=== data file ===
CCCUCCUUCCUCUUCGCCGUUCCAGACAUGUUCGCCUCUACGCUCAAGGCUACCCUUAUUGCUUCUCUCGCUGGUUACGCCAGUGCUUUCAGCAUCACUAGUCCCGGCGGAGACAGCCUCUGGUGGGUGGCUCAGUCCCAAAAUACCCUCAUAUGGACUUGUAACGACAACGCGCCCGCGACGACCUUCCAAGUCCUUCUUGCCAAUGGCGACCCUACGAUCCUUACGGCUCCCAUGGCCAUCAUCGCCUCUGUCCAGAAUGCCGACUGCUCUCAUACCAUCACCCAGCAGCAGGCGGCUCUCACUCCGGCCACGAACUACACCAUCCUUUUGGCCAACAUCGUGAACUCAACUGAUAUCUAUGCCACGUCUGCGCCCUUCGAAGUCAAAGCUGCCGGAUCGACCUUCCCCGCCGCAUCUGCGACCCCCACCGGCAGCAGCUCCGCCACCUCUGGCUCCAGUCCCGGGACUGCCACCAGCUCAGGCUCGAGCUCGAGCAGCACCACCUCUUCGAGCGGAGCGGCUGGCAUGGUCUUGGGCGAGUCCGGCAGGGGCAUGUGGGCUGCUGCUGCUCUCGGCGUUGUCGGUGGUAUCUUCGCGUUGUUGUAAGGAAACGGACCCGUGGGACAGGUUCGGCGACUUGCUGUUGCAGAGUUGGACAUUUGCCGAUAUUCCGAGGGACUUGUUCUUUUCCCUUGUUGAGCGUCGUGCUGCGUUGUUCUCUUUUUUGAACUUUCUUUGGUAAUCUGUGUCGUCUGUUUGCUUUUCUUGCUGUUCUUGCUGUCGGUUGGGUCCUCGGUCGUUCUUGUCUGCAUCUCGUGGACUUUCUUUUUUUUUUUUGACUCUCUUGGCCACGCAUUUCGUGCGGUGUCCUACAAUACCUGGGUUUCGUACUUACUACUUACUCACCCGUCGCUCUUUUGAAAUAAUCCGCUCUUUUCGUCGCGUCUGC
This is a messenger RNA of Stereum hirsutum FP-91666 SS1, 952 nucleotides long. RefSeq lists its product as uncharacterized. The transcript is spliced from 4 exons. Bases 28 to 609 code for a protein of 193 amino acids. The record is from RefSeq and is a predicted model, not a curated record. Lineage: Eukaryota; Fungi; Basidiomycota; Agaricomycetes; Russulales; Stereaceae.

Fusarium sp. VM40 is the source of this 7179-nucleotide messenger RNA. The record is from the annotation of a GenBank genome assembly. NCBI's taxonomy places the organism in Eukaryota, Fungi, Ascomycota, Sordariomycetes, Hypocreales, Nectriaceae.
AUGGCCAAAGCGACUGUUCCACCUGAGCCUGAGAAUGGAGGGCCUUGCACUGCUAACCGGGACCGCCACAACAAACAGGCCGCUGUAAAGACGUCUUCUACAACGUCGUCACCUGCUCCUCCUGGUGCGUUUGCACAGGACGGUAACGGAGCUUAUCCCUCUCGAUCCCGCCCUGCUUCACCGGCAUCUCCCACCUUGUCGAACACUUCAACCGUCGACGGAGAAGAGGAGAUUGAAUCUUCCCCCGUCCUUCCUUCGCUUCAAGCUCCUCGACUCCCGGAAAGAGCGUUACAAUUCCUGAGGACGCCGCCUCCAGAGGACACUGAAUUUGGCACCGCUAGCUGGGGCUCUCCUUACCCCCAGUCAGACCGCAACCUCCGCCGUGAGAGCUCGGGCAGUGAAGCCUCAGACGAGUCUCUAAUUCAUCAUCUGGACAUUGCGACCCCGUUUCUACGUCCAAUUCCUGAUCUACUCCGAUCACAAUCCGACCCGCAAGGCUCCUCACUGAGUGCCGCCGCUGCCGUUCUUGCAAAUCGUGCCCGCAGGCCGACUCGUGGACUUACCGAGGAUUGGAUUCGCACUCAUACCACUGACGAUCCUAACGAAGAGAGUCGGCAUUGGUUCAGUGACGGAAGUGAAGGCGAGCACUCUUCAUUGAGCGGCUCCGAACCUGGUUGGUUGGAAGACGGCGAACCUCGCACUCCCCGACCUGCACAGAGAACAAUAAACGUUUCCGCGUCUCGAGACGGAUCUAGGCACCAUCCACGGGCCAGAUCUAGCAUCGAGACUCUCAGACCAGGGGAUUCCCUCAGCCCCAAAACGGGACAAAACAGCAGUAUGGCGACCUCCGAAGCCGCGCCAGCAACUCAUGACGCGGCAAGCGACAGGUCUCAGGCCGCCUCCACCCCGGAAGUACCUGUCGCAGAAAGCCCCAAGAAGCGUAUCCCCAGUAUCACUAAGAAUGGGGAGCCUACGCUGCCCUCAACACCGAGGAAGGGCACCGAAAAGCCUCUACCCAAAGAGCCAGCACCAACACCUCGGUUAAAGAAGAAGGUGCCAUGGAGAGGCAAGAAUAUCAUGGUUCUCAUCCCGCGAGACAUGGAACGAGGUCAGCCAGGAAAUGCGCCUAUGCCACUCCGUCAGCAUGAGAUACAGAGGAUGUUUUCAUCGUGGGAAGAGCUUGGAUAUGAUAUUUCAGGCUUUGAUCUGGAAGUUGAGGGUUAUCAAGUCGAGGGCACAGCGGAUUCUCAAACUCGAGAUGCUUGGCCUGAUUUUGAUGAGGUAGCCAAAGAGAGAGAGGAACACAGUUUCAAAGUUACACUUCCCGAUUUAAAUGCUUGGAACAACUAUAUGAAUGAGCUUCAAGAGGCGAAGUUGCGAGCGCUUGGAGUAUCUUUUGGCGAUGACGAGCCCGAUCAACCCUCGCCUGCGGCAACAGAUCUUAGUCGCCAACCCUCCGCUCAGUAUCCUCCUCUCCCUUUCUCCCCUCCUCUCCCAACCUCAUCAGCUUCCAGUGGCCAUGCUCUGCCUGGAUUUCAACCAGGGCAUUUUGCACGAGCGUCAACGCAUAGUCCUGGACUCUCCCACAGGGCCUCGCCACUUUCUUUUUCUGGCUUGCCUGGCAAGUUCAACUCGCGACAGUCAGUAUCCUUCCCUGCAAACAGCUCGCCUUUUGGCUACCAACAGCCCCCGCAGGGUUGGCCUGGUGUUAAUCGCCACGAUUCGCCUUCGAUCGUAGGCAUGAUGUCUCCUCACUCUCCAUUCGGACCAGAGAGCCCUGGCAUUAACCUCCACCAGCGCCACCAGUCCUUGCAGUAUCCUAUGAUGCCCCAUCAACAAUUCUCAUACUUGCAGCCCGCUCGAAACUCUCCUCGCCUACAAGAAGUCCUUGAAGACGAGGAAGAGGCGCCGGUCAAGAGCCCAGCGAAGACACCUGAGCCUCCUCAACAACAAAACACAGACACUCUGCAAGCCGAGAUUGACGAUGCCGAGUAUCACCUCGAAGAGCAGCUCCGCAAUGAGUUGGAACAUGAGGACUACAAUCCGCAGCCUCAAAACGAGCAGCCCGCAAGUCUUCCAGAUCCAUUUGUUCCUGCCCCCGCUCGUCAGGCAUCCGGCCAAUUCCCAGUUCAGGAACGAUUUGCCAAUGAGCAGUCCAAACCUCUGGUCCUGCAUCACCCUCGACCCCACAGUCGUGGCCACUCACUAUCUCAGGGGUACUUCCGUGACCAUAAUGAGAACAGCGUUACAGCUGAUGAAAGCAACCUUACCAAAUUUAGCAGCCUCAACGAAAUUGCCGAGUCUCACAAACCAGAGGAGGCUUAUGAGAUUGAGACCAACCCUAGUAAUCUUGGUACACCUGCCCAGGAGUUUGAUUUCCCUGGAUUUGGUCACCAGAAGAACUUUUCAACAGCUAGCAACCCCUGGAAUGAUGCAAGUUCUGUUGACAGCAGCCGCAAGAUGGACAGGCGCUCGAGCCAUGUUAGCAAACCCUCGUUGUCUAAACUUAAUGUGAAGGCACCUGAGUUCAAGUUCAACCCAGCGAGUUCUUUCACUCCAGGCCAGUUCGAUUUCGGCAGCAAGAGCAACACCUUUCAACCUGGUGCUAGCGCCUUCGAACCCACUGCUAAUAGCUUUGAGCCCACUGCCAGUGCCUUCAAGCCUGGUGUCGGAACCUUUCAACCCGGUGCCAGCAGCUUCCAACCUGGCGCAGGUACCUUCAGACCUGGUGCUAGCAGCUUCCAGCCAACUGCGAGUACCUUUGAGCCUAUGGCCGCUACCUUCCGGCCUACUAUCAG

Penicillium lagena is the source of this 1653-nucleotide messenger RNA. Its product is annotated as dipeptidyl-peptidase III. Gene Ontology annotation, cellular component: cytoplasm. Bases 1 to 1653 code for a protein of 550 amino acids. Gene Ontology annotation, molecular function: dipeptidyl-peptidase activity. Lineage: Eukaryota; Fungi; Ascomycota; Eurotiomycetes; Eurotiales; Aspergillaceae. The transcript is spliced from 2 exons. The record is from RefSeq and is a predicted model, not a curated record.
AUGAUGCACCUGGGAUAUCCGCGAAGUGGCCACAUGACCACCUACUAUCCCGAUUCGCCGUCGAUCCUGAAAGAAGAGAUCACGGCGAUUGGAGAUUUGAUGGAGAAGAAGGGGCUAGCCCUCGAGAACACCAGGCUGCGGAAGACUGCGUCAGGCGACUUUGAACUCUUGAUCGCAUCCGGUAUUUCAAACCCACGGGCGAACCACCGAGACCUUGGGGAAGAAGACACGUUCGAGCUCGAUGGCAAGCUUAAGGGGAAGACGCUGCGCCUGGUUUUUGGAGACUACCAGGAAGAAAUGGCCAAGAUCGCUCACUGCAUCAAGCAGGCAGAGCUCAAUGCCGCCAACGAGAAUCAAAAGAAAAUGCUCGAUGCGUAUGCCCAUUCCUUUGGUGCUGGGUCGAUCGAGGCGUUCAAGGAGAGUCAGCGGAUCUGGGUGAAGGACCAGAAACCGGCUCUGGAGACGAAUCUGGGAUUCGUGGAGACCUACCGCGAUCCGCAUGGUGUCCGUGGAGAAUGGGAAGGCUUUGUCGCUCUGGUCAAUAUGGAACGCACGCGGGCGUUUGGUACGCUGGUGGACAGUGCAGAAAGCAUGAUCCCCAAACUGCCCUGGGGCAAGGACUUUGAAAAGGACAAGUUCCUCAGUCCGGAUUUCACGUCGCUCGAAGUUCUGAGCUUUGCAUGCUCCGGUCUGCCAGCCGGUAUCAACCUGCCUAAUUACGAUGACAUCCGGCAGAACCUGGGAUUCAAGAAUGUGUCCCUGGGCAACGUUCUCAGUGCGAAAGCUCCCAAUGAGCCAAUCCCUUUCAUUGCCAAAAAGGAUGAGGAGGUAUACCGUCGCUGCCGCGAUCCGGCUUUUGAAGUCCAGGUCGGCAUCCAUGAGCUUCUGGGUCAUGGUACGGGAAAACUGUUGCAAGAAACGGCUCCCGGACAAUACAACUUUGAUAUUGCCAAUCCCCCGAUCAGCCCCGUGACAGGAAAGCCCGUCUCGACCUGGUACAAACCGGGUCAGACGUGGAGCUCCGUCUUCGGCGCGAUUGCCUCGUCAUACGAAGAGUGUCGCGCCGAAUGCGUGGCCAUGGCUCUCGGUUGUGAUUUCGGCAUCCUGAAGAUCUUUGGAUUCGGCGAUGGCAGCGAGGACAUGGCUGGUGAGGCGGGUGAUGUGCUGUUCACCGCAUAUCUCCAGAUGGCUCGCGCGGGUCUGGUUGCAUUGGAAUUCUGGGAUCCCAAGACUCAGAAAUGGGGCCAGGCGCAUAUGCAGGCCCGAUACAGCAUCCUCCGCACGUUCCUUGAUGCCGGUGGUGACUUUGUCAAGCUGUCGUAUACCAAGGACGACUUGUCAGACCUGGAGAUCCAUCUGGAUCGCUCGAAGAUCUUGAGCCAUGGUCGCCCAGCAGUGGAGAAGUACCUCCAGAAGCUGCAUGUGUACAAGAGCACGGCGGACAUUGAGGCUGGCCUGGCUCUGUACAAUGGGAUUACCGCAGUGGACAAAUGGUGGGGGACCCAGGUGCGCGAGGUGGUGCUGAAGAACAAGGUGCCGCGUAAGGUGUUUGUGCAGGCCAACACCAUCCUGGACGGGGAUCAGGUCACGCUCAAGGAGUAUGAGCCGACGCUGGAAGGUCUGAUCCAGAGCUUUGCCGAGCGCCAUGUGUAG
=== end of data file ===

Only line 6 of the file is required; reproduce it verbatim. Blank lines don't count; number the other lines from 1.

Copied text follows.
AUGAUGCACCUGGGAUAUCCGCGAAGUGGCCACAUGACCACCUACUAUCCCGAUUCGCCGUCGAUCCUGAAAGAAGAGAUCACGGCGAUUGGAGAUUUGAUGGAGAAGAAGGGGCUAGCCCUCGAGAACACCAGGCUGCGGAAGACUGCGUCAGGCGACUUUGAACUCUUGAUCGCAUCCGGUAUUUCAAACCCACGGGCGAACCACCGAGACCUUGGGGAAGAAGACACGUUCGAGCUCGAUGGCAAGCUUAAGGGGAAGACGCUGCGCCUGGUUUUUGGAGACUACCAGGAAGAAAUGGCCAAGAUCGCUCACUGCAUCAAGCAGGCAGAGCUCAAUGCCGCCAACGAGAAUCAAAAGAAAAUGCUCGAUGCGUAUGCCCAUUCCUUUGGUGCUGGGUCGAUCGAGGCGUUCAAGGAGAGUCAGCGGAUCUGGGUGAAGGACCAGAAACCGGCUCUGGAGACGAAUCUGGGAUUCGUGGAGACCUACCGCGAUCCGCAUGGUGUCCGUGGAGAAUGGGAAGGCUUUGUCGCUCUGGUCAAUAUGGAACGCACGCGGGCGUUUGGUACGCUGGUGGACAGUGCAGAAAGCAUGAUCCCCAAACUGCCCUGGGGCAAGGACUUUGAAAAGGACAAGUUCCUCAGUCCGGAUUUCACGUCGCUCGAAGUUCUGAGCUUUGCAUGCUCCGGUCUGCCAGCCGGUAUCAACCUGCCUAAUUACGAUGACAUCCGGCAGAACCUGGGAUUCAAGAAUGUGUCCCUGGGCAACGUUCUCAGUGCGAAAGCUCCCAAUGAGCCAAUCCCUUUCAUUGCCAAAAAGGAUGAGGAGGUAUACCGUCGCUGCCGCGAUCCGGCUUUUGAAGUCCAGGUCGGCAUCCAUGAGCUUCUGGGUCAUGGUACGGGAAAACUGUUGCAAGAAACGGCUCCCGGACAAUACAACUUUGAUAUUGCCAAUCCCCCGAUCAGCCCCGUGACAGGAAAGCCCGUCUCGACCUGGUACAAACCGGGUCAGACGUGGAGCUCCGUCUUCGGCGCGAUUGCCUCGUCAUACGAAGAGUGUCGCGCCGAAUGCGUGGCCAUGGCUCUCGGUUGUGAUUUCGGCAUCCUGAAGAUCUUUGGAUUCGGCGAUGGCAGCGAGGACAUGGCUGGUGAGGCGGGUGAUGUGCUGUUCACCGCAUAUCUCCAGAUGGCUCGCGCGGGUCUGGUUGCAUUGGAAUUCUGGGAUCCCAAGACUCAGAAAUGGGGCCAGGCGCAUAUGCAGGCCCGAUACAGCAUCCUCCGCACGUUCCUUGAUGCCGGUGGUGACUUUGUCAAGCUGUCGUAUACCAAGGACGACUUGUCAGACCUGGAGAUCCAUCUGGAUCGCUCGAAGAUCUUGAGCCAUGGUCGCCCAGCAGUGGAGAAGUACCUCCAGAAGCUGCAUGUGUACAAGAGCACGGCGGACAUUGAGGCUGGCCUGGCUCUGUACAAUGGGAUUACCGCAGUGGACAAAUGGUGGGGGACCCAGGUGCGCGAGGUGGUGCUGAAGAACAAGGUGCCGCGUAAGGUGUUUGUGCAGGCCAACACCAUCCUGGACGGGGAUCAGGUCACGCUCAAGGAGUAUGAGCCGACGCUGGAAGGUCUGAUCCAGAGCUUUGCCGAGCGCCAUGUGUAG